Convention Center Authority calls critical report flawed

PROVIDENCE, R.I. (AP) — A recent report by Republican lawmakers about the Rhode Island Convention Center Authority’s finances makes incorrect assumptions about its operations, according to the authority’s executive director.

Republican lawmakers who are trying to identify wasteful spending said the authority’s facilities are too often empty and aren’t attracting enough new business and that managers need to do more to control costs.

Executive Director James McCarvill said Wednesday that the report contains factual errors and the authority isn’t meant to be profitable.

McCarvill said the facilities’ purpose is to stimulate economic activity and create jobs. A recent economic impact study by an advisory and planning firm estimated the facilities generated more than $717 million for the local economy from 2009 to 2013, attracted millions of people to Providence and supported about 1,200 jobs annually, he added.

“It’s basically a business that’s occupied by the public sector because the private sector would never make those kinds of investments,” McCarvill said. “From its genesis, it’s there to create revenues elsewhere than within the four walls.”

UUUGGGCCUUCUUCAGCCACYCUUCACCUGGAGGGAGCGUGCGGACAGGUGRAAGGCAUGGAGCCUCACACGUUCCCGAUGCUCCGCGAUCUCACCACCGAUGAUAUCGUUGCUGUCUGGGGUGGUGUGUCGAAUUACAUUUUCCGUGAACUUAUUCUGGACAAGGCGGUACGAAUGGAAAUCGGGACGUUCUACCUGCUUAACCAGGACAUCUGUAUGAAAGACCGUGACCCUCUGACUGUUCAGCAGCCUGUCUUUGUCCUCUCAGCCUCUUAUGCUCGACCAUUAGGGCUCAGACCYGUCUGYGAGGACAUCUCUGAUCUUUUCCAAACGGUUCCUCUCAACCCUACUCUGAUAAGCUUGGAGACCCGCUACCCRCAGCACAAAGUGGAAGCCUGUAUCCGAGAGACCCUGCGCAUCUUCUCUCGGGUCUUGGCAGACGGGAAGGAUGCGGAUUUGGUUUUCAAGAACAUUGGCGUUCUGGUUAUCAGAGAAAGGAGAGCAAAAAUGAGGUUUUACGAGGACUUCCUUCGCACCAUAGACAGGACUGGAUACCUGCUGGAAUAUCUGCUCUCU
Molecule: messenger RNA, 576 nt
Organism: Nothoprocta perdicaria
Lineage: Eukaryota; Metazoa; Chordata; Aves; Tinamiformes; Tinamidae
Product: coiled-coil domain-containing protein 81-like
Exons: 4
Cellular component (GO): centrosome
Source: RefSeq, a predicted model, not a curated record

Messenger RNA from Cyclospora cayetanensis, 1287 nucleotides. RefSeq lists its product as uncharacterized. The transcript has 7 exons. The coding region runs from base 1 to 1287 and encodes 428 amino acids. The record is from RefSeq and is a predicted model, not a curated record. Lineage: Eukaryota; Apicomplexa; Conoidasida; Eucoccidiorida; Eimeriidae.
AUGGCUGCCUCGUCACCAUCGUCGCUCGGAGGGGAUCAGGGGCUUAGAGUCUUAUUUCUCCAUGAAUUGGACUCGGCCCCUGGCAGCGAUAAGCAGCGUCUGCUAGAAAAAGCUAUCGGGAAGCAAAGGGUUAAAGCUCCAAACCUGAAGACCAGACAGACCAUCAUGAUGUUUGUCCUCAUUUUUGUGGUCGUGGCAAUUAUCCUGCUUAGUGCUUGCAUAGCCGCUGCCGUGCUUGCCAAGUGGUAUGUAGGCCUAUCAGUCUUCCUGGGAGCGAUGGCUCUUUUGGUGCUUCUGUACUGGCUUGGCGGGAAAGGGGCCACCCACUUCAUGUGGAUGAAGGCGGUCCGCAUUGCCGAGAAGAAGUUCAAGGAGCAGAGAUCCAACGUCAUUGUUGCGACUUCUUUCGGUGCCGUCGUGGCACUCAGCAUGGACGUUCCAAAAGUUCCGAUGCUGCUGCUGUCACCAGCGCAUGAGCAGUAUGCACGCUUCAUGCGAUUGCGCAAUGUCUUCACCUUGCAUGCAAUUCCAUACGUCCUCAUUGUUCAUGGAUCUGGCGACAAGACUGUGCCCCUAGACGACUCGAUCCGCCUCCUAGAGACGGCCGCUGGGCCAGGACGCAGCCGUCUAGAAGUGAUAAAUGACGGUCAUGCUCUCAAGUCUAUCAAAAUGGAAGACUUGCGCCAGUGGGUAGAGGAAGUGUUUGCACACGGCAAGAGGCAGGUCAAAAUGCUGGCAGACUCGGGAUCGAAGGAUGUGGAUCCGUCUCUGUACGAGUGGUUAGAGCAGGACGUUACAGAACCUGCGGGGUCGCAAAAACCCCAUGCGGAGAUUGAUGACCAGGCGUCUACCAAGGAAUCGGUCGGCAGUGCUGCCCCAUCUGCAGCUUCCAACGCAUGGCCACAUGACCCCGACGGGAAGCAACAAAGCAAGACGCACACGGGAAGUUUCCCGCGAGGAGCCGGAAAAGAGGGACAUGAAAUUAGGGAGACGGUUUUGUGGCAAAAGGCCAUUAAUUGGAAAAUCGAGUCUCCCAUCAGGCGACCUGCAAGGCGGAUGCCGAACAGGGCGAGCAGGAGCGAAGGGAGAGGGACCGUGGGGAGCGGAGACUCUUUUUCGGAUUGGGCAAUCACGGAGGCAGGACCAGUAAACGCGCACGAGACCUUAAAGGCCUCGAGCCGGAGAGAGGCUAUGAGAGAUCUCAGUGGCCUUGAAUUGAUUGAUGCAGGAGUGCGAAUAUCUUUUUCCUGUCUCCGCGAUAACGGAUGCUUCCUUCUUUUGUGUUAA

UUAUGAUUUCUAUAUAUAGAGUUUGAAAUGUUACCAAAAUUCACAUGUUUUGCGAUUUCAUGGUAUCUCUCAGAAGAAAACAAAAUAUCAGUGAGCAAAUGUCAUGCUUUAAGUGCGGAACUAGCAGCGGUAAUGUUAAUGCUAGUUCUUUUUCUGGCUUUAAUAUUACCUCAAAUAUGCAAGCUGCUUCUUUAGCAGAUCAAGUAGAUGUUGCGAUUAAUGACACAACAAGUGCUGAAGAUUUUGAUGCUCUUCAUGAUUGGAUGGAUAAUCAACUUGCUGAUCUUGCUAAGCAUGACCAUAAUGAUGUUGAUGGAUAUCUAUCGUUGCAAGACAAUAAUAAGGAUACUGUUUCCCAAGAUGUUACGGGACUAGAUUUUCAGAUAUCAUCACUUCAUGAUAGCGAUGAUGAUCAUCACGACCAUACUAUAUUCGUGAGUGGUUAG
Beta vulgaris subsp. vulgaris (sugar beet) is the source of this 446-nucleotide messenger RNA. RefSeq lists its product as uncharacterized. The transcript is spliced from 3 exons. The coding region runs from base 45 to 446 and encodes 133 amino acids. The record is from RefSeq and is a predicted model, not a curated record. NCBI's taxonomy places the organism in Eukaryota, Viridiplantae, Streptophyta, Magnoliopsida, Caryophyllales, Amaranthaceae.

The authority operates the Convention Center, the Dunkin’ Donuts Center, Veterans Memorial Auditorium and two parking garages. McCarvill said the convention center is occupied more often than other regional centers.

The report said state taxpayers pay the authority’s debt obligations and operating and maintenance costs for the convention center. It said that with such favorable terms, the authority’s executives bear little to no repercussions for low revenues, missed profit targets or mismanagement.

Deputy Minority Leader Patricia Morgan, who led the policy group, said the authority hasn’t focused on growing the business. The group wants the authority to reduce costs, develop a better marketing plan and set goals for employees that are tied to business growth.

The authority is cutting costs where possible and improving services, McCarvill said, but it won’t report its progress to the group as requested.

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